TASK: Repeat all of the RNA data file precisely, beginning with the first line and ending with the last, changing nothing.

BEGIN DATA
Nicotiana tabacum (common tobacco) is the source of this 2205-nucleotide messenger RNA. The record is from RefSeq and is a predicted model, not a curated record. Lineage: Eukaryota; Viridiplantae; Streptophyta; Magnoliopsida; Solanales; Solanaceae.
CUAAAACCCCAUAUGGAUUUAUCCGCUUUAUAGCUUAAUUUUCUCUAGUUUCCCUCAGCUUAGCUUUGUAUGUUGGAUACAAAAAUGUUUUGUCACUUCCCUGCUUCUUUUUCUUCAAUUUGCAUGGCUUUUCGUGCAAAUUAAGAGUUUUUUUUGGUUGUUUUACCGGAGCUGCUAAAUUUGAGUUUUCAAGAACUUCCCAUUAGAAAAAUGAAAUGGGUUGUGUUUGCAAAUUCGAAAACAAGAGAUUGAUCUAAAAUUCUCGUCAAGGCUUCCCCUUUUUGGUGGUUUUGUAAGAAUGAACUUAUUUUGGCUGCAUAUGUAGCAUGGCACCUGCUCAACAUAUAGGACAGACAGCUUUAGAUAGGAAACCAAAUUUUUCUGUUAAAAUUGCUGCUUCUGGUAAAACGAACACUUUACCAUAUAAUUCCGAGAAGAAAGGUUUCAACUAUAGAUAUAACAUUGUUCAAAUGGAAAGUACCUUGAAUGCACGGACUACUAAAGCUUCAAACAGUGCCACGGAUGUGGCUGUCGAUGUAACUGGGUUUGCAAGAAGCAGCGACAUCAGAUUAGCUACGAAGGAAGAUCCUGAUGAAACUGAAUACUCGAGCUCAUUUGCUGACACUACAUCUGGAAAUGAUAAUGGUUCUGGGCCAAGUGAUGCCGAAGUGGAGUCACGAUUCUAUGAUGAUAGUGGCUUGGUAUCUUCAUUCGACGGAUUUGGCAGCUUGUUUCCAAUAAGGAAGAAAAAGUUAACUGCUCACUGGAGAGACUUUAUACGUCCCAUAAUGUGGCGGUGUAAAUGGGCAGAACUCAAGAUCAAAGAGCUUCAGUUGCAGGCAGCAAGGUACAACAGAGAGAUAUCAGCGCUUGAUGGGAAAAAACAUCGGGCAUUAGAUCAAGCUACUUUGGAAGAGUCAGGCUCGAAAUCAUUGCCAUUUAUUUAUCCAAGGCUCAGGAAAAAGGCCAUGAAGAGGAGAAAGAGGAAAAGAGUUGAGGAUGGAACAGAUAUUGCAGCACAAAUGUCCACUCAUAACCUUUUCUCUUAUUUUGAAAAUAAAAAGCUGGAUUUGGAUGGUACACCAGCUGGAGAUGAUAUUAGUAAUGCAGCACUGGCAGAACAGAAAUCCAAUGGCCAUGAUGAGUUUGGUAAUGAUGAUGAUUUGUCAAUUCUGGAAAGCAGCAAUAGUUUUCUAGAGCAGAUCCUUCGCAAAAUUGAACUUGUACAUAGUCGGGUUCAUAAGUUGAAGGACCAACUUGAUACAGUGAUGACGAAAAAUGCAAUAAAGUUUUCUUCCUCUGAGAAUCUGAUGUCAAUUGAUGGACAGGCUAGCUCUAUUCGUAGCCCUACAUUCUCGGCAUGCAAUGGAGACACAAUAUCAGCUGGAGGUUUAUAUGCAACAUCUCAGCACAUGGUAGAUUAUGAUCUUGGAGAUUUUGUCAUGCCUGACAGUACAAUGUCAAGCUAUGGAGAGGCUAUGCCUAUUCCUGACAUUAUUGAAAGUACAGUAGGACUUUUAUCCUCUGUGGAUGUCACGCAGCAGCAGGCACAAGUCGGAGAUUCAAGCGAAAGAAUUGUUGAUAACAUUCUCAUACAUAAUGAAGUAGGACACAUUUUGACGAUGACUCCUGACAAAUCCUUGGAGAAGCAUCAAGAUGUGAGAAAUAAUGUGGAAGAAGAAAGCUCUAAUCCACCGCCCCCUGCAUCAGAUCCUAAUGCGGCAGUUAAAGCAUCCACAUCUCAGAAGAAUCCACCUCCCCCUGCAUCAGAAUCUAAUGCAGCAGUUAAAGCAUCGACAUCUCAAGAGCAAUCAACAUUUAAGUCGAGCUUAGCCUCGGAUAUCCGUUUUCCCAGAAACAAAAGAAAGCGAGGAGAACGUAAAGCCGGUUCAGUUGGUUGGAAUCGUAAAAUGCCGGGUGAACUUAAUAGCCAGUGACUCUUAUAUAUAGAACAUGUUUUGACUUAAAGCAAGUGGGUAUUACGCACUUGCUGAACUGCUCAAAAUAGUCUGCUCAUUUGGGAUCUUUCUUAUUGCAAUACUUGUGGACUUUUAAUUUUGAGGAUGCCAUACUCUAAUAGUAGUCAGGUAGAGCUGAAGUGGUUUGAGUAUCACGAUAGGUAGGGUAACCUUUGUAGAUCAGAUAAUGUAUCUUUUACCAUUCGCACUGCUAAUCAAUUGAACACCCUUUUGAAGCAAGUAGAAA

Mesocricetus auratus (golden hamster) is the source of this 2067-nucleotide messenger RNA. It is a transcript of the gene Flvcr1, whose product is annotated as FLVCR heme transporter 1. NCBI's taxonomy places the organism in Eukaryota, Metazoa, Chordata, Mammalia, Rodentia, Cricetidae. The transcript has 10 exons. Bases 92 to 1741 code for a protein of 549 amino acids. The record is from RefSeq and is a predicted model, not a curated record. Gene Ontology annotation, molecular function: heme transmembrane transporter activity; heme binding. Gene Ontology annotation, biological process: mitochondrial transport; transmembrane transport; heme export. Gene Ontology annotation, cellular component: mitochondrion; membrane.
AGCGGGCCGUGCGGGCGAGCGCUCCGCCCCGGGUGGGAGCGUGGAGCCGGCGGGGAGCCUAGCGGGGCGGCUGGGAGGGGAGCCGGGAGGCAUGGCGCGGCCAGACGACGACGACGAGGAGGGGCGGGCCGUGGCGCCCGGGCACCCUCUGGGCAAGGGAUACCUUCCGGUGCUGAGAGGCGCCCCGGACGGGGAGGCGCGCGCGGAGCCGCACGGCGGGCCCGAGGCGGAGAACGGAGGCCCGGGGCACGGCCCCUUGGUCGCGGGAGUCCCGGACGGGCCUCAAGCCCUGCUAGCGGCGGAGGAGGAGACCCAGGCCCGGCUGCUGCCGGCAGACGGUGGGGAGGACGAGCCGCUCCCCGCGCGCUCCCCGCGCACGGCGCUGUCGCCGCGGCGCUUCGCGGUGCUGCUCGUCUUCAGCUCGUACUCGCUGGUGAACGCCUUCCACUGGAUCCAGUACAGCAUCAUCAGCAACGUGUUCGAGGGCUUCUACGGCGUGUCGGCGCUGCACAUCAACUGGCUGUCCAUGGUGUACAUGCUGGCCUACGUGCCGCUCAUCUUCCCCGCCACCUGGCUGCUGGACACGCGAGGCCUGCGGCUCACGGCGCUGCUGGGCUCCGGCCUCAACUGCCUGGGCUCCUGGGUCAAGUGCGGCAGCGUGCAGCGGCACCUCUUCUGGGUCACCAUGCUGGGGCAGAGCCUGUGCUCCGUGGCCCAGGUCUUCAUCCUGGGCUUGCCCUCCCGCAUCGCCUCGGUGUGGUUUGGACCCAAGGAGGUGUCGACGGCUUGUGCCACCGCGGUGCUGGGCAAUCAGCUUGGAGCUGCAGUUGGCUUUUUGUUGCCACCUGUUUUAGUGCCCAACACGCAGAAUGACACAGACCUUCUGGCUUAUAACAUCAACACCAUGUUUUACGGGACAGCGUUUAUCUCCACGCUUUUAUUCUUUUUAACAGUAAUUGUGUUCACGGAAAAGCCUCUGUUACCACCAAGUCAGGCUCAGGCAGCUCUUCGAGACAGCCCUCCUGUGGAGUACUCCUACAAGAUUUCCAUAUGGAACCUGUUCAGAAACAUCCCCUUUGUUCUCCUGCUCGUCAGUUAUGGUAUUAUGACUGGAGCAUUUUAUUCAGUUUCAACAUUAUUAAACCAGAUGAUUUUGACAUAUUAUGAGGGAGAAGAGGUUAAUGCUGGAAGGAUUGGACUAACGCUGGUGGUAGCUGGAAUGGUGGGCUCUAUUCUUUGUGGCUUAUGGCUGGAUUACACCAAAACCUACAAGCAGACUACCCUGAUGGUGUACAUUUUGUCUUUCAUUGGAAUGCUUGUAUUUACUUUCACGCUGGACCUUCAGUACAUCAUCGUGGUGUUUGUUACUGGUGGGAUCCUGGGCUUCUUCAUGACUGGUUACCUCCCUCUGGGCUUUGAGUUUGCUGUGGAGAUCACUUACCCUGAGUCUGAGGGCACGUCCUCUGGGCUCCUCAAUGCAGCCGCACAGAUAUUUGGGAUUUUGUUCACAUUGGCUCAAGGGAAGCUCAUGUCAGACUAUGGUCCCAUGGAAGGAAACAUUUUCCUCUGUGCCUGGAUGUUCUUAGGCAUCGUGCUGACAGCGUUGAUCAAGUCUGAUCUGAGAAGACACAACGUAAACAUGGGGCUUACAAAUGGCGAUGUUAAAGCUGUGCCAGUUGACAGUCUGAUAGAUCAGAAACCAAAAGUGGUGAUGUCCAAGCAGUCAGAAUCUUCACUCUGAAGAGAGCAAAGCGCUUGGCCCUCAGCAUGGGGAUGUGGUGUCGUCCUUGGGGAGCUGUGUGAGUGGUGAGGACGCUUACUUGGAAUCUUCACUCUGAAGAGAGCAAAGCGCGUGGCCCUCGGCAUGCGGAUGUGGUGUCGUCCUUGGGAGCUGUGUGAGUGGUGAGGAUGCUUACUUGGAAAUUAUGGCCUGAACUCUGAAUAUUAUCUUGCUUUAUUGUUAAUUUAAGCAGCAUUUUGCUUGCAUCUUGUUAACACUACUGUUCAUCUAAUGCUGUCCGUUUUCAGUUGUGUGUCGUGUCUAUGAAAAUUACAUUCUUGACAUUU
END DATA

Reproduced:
Nicotiana tabacum (common tobacco) is the source of this 2205-nucleotide messenger RNA. The record is from RefSeq and is a predicted model, not a curated record. Lineage: Eukaryota; Viridiplantae; Streptophyta; Magnoliopsida; Solanales; Solanaceae.
CUAAAACCCCAUAUGGAUUUAUCCGCUUUAUAGCUUAAUUUUCUCUAGUUUCCCUCAGCUUAGCUUUGUAUGUUGGAUACAAAAAUGUUUUGUCACUUCCCUGCUUCUUUUUCUUCAAUUUGCAUGGCUUUUCGUGCAAAUUAAGAGUUUUUUUUGGUUGUUUUACCGGAGCUGCUAAAUUUGAGUUUUCAAGAACUUCCCAUUAGAAAAAUGAAAUGGGUUGUGUUUGCAAAUUCGAAAACAAGAGAUUGAUCUAAAAUUCUCGUCAAGGCUUCCCCUUUUUGGUGGUUUUGUAAGAAUGAACUUAUUUUGGCUGCAUAUGUAGCAUGGCACCUGCUCAACAUAUAGGACAGACAGCUUUAGAUAGGAAACCAAAUUUUUCUGUUAAAAUUGCUGCUUCUGGUAAAACGAACACUUUACCAUAUAAUUCCGAGAAGAAAGGUUUCAACUAUAGAUAUAACAUUGUUCAAAUGGAAAGUACCUUGAAUGCACGGACUACUAAAGCUUCAAACAGUGCCACGGAUGUGGCUGUCGAUGUAACUGGGUUUGCAAGAAGCAGCGACAUCAGAUUAGCUACGAAGGAAGAUCCUGAUGAAACUGAAUACUCGAGCUCAUUUGCUGACACUACAUCUGGAAAUGAUAAUGGUUCUGGGCCAAGUGAUGCCGAAGUGGAGUCACGAUUCUAUGAUGAUAGUGGCUUGGUAUCUUCAUUCGACGGAUUUGGCAGCUUGUUUCCAAUAAGGAAGAAAAAGUUAACUGCUCACUGGAGAGACUUUAUACGUCCCAUAAUGUGGCGGUGUAAAUGGGCAGAACUCAAGAUCAAAGAGCUUCAGUUGCAGGCAGCAAGGUACAACAGAGAGAUAUCAGCGCUUGAUGGGAAAAAACAUCGGGCAUUAGAUCAAGCUACUUUGGAAGAGUCAGGCUCGAAAUCAUUGCCAUUUAUUUAUCCAAGGCUCAGGAAAAAGGCCAUGAAGAGGAGAAAGAGGAAAAGAGUUGAGGAUGGAACAGAUAUUGCAGCACAAAUGUCCACUCAUAACCUUUUCUCUUAUUUUGAAAAUAAAAAGCUGGAUUUGGAUGGUACACCAGCUGGAGAUGAUAUUAGUAAUGCAGCACUGGCAGAACAGAAAUCCAAUGGCCAUGAUGAGUUUGGUAAUGAUGAUGAUUUGUCAAUUCUGGAAAGCAGCAAUAGUUUUCUAGAGCAGAUCCUUCGCAAAAUUGAACUUGUACAUAGUCGGGUUCAUAAGUUGAAGGACCAACUUGAUACAGUGAUGACGAAAAAUGCAAUAAAGUUUUCUUCCUCUGAGAAUCUGAUGUCAAUUGAUGGACAGGCUAGCUCUAUUCGUAGCCCUACAUUCUCGGCAUGCAAUGGAGACACAAUAUCAGCUGGAGGUUUAUAUGCAACAUCUCAGCACAUGGUAGAUUAUGAUCUUGGAGAUUUUGUCAUGCCUGACAGUACAAUGUCAAGCUAUGGAGAGGCUAUGCCUAUUCCUGACAUUAUUGAAAGUACAGUAGGACUUUUAUCCUCUGUGGAUGUCACGCAGCAGCAGGCACAAGUCGGAGAUUCAAGCGAAAGAAUUGUUGAUAACAUUCUCAUACAUAAUGAAGUAGGACACAUUUUGACGAUGACUCCUGACAAAUCCUUGGAGAAGCAUCAAGAUGUGAGAAAUAAUGUGGAAGAAGAAAGCUCUAAUCCACCGCCCCCUGCAUCAGAUCCUAAUGCGGCAGUUAAAGCAUCCACAUCUCAGAAGAAUCCACCUCCCCCUGCAUCAGAAUCUAAUGCAGCAGUUAAAGCAUCGACAUCUCAAGAGCAAUCAACAUUUAAGUCGAGCUUAGCCUCGGAUAUCCGUUUUCCCAGAAACAAAAGAAAGCGAGGAGAACGUAAAGCCGGUUCAGUUGGUUGGAAUCGUAAAAUGCCGGGUGAACUUAAUAGCCAGUGACUCUUAUAUAUAGAACAUGUUUUGACUUAAAGCAAGUGGGUAUUACGCACUUGCUGAACUGCUCAAAAUAGUCUGCUCAUUUGGGAUCUUUCUUAUUGCAAUACUUGUGGACUUUUAAUUUUGAGGAUGCCAUACUCUAAUAGUAGUCAGGUAGAGCUGAAGUGGUUUGAGUAUCACGAUAGGUAGGGUAACCUUUGUAGAUCAGAUAAUGUAUCUUUUACCAUUCGCACUGCUAAUCAAUUGAACACCCUUUUGAAGCAAGUAGAAA

Mesocricetus auratus (golden hamster) is the source of this 2067-nucleotide messenger RNA. It is a transcript of the gene Flvcr1, whose product is annotated as FLVCR heme transporter 1. NCBI's taxonomy places the organism in Eukaryota, Metazoa, Chordata, Mammalia, Rodentia, Cricetidae. The transcript has 10 exons. Bases 92 to 1741 code for a protein of 549 amino acids. The record is from RefSeq and is a predicted model, not a curated record. Gene Ontology annotation, molecular function: heme transmembrane transporter activity; heme binding. Gene Ontology annotation, biological process: mitochondrial transport; transmembrane transport; heme export. Gene Ontology annotation, cellular component: mitochondrion; membrane.
AGCGGGCCGUGCGGGCGAGCGCUCCGCCCCGGGUGGGAGCGUGGAGCCGGCGGGGAGCCUAGCGGGGCGGCUGGGAGGGGAGCCGGGAGGCAUGGCGCGGCCAGACGACGACGACGAGGAGGGGCGGGCCGUGGCGCCCGGGCACCCUCUGGGCAAGGGAUACCUUCCGGUGCUGAGAGGCGCCCCGGACGGGGAGGCGCGCGCGGAGCCGCACGGCGGGCCCGAGGCGGAGAACGGAGGCCCGGGGCACGGCCCCUUGGUCGCGGGAGUCCCGGACGGGCCUCAAGCCCUGCUAGCGGCGGAGGAGGAGACCCAGGCCCGGCUGCUGCCGGCAGACGGUGGGGAGGACGAGCCGCUCCCCGCGCGCUCCCCGCGCACGGCGCUGUCGCCGCGGCGCUUCGCGGUGCUGCUCGUCUUCAGCUCGUACUCGCUGGUGAACGCCUUCCACUGGAUCCAGUACAGCAUCAUCAGCAACGUGUUCGAGGGCUUCUACGGCGUGUCGGCGCUGCACAUCAACUGGCUGUCCAUGGUGUACAUGCUGGCCUACGUGCCGCUCAUCUUCCCCGCCACCUGGCUGCUGGACACGCGAGGCCUGCGGCUCACGGCGCUGCUGGGCUCCGGCCUCAACUGCCUGGGCUCCUGGGUCAAGUGCGGCAGCGUGCAGCGGCACCUCUUCUGGGUCACCAUGCUGGGGCAGAGCCUGUGCUCCGUGGCCCAGGUCUUCAUCCUGGGCUUGCCCUCCCGCAUCGCCUCGGUGUGGUUUGGACCCAAGGAGGUGUCGACGGCUUGUGCCACCGCGGUGCUGGGCAAUCAGCUUGGAGCUGCAGUUGGCUUUUUGUUGCCACCUGUUUUAGUGCCCAACACGCAGAAUGACACAGACCUUCUGGCUUAUAACAUCAACACCAUGUUUUACGGGACAGCGUUUAUCUCCACGCUUUUAUUCUUUUUAACAGUAAUUGUGUUCACGGAAAAGCCUCUGUUACCACCAAGUCAGGCUCAGGCAGCUCUUCGAGACAGCCCUCCUGUGGAGUACUCCUACAAGAUUUCCAUAUGGAACCUGUUCAGAAACAUCCCCUUUGUUCUCCUGCUCGUCAGUUAUGGUAUUAUGACUGGAGCAUUUUAUUCAGUUUCAACAUUAUUAAACCAGAUGAUUUUGACAUAUUAUGAGGGAGAAGAGGUUAAUGCUGGAAGGAUUGGACUAACGCUGGUGGUAGCUGGAAUGGUGGGCUCUAUUCUUUGUGGCUUAUGGCUGGAUUACACCAAAACCUACAAGCAGACUACCCUGAUGGUGUACAUUUUGUCUUUCAUUGGAAUGCUUGUAUUUACUUUCACGCUGGACCUUCAGUACAUCAUCGUGGUGUUUGUUACUGGUGGGAUCCUGGGCUUCUUCAUGACUGGUUACCUCCCUCUGGGCUUUGAGUUUGCUGUGGAGAUCACUUACCCUGAGUCUGAGGGCACGUCCUCUGGGCUCCUCAAUGCAGCCGCACAGAUAUUUGGGAUUUUGUUCACAUUGGCUCAAGGGAAGCUCAUGUCAGACUAUGGUCCCAUGGAAGGAAACAUUUUCCUCUGUGCCUGGAUGUUCUUAGGCAUCGUGCUGACAGCGUUGAUCAAGUCUGAUCUGAGAAGACACAACGUAAACAUGGGGCUUACAAAUGGCGAUGUUAAAGCUGUGCCAGUUGACAGUCUGAUAGAUCAGAAACCAAAAGUGGUGAUGUCCAAGCAGUCAGAAUCUUCACUCUGAAGAGAGCAAAGCGCUUGGCCCUCAGCAUGGGGAUGUGGUGUCGUCCUUGGGGAGCUGUGUGAGUGGUGAGGACGCUUACUUGGAAUCUUCACUCUGAAGAGAGCAAAGCGCGUGGCCCUCGGCAUGCGGAUGUGGUGUCGUCCUUGGGAGCUGUGUGAGUGGUGAGGAUGCUUACUUGGAAAUUAUGGCCUGAACUCUGAAUAUUAUCUUGCUUUAUUGUUAAUUUAAGCAGCAUUUUGCUUGCAUCUUGUUAACACUACUGUUCAUCUAAUGCUGUCCGUUUUCAGUUGUGUGUCGUGUCUAUGAAAAUUACAUUCUUGACAUUU